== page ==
Initiative focuses on social reintegration and restoration of dignity.
|Dr. Surin Pitsuwan, ASEAN Secretary General, gives the keynote address.|
A new project launched jointly by the Association of Southeast Asian Nations (ASEAN) Secretariat and The Nippon Foundation in Jakarta on June 15 is aimed at empowering people affected by leprosy and building an environment in which they and their families can lead a dignified life. The first phase of the ASEC-TNF Project on Leprosy and Human Dignity focuses on Indonesia. The project will then be expanded to the other nine ASEAN members.
In his keynote address before an audience of about 100 diplomats, dignitaries, journalists and people affected by leprosy, ASEAN Secretary General Dr. Surin Pitsuwan said, "ASEAN aspires to be a caring and a compassionate society … Therefore, we cannot leave any issue of this major proportion undetected."
Although leprosy is no longer considered a public health problem . as defined by the WHO . in the ASEAN region, there were 25,000 new cases of the disease reported in 2007, with Indonesia contributing the bulk of these. While the disease is curable, the stigma attached to it stops people coming forward for treatment, leading to disability, and many experience social discrimination even after they are cured.
"Societies need to recognize that leprosy is a social problem as much as it is a physical problem," Dr. Surin told a press conference following the ceremony. "The measure of our success is how well we treat the less fortunate members of our society. We have to treat them with compassion and dignity."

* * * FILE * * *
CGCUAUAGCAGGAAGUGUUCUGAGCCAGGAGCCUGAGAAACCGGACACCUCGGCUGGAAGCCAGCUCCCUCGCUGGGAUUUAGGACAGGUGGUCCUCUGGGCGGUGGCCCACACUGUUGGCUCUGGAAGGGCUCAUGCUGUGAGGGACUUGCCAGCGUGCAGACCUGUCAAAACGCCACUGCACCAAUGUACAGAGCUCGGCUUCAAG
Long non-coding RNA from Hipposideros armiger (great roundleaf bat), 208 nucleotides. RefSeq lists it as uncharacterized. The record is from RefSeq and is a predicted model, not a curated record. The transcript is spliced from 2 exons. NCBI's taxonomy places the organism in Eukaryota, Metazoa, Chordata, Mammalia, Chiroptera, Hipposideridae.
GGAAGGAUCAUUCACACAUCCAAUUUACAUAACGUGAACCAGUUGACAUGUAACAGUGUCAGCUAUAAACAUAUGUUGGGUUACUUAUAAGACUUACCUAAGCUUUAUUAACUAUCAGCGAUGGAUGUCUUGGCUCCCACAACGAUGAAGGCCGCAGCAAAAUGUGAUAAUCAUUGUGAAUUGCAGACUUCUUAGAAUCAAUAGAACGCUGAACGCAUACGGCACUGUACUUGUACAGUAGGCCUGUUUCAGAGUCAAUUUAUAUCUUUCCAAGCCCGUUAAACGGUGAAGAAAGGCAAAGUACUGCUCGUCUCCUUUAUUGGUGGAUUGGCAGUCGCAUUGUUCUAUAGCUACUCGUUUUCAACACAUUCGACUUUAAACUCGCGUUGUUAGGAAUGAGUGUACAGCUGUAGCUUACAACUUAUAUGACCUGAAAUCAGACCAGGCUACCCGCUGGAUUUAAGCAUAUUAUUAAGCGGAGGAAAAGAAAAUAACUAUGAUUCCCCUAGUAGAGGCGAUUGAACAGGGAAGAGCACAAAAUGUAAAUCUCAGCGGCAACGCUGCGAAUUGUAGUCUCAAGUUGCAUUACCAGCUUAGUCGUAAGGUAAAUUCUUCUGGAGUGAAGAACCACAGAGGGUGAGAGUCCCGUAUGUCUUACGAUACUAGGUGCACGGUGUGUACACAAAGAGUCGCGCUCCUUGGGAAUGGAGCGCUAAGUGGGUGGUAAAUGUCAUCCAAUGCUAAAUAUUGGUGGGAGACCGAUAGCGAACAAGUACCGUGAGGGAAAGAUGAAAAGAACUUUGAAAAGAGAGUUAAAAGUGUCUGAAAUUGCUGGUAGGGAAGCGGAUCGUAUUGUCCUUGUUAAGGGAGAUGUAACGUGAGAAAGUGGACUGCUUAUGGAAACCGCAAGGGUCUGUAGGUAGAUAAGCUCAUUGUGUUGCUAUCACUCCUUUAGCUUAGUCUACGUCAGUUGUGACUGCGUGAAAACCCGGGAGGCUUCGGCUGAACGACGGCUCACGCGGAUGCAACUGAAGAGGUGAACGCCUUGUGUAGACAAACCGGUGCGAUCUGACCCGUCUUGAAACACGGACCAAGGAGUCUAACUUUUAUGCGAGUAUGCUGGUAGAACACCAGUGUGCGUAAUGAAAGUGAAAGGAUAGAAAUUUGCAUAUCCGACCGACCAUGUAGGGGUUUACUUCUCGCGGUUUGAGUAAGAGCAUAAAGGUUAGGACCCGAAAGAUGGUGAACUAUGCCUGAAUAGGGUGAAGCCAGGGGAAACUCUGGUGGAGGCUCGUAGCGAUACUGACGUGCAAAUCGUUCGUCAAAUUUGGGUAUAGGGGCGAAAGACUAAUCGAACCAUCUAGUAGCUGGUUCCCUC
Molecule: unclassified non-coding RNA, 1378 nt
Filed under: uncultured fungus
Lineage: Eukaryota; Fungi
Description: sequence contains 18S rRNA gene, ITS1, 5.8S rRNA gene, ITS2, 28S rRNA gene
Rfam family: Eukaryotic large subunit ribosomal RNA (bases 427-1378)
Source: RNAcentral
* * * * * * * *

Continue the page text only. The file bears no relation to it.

Initiatives under the project will include capacity-building workshops and seminars by and for people affected by leprosy and family members, and campaigns to make the general public better informed about the disease. ASEC and TNF will work with governments, the private sector and with civil society to implement the project.
Project Manager Adi Yosep said that he had experienced both health issues related to leprosy, and also the stigma and discrimination associated with the disease. "As a person affected by leprosy, I am very proud of the project and of its potential."
In the afternoon, a sensitization workshop heard from Virendra S. Gupte (Tata International Ltd., India) on Partnering with the Business Community, Ryotaro Harada (Joy in Action, China) on Social Changes Related to China in Leprosy, Ujjwal K. Chowdhury (Symbiosis University, India) on the Involvement of the Media in India, and Aco Manafe (Suara Pembaruan Daily, Indonesia) on Breaking the Cycle of Stigmatization through the Media in Indonesia.
The ASEC-TNF Project on Leprosy and Human Dignity is one of several to result from a Memorandum of Agreement signed by ASEC and The Nippon Foundation in 2008*.
* Beside leprosy, the areas of cooperation between the two parties involve the promotion of traditional medicine in primary health care, programs to empower persons with disabilities, maritime civilian safety and capacity-building within the ASEAN Secretariat.